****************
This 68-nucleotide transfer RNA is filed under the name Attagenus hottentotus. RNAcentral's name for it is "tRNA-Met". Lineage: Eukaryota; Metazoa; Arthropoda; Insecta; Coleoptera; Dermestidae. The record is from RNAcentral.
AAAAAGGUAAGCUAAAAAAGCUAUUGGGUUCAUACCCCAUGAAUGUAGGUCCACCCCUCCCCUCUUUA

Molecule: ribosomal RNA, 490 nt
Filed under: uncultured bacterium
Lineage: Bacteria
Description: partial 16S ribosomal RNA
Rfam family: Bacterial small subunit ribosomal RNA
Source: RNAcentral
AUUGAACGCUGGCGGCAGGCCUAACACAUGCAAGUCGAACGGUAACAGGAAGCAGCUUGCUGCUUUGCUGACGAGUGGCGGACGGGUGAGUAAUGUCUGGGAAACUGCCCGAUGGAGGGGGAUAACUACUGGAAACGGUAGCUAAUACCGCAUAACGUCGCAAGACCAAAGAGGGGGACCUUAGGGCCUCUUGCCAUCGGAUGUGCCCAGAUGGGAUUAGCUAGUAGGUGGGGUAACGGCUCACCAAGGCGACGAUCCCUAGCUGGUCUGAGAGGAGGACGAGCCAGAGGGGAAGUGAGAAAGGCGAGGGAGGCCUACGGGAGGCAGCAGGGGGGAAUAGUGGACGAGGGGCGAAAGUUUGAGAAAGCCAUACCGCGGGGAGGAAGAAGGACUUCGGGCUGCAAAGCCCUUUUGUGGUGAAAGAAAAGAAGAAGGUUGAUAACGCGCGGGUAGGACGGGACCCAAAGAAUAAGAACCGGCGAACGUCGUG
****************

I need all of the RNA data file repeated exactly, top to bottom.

This 68-nucleotide transfer RNA is filed under the name Attagenus hottentotus. RNAcentral's name for it is "tRNA-Met". Lineage: Eukaryota; Metazoa; Arthropoda; Insecta; Coleoptera; Dermestidae. The record is from RNAcentral.
AAAAAGGUAAGCUAAAAAAGCUAUUGGGUUCAUACCCCAUGAAUGUAGGUCCACCCCUCCCCUCUUUA

Molecule: ribosomal RNA, 490 nt
Filed under: uncultured bacterium
Lineage: Bacteria
Description: partial 16S ribosomal RNA
Rfam family: Bacterial small subunit ribosomal RNA
Source: RNAcentral
AUUGAACGCUGGCGGCAGGCCUAACACAUGCAAGUCGAACGGUAACAGGAAGCAGCUUGCUGCUUUGCUGACGAGUGGCGGACGGGUGAGUAAUGUCUGGGAAACUGCCCGAUGGAGGGGGAUAACUACUGGAAACGGUAGCUAAUACCGCAUAACGUCGCAAGACCAAAGAGGGGGACCUUAGGGCCUCUUGCCAUCGGAUGUGCCCAGAUGGGAUUAGCUAGUAGGUGGGGUAACGGCUCACCAAGGCGACGAUCCCUAGCUGGUCUGAGAGGAGGACGAGCCAGAGGGGAAGUGAGAAAGGCGAGGGAGGCCUACGGGAGGCAGCAGGGGGGAAUAGUGGACGAGGGGCGAAAGUUUGAGAAAGCCAUACCGCGGGGAGGAAGAAGGACUUCGGGCUGCAAAGCCCUUUUGUGGUGAAAGAAAAGAAGAAGGUUGAUAACGCGCGGGUAGGACGGGACCCAAAGAAUAAGAACCGGCGAACGUCGUG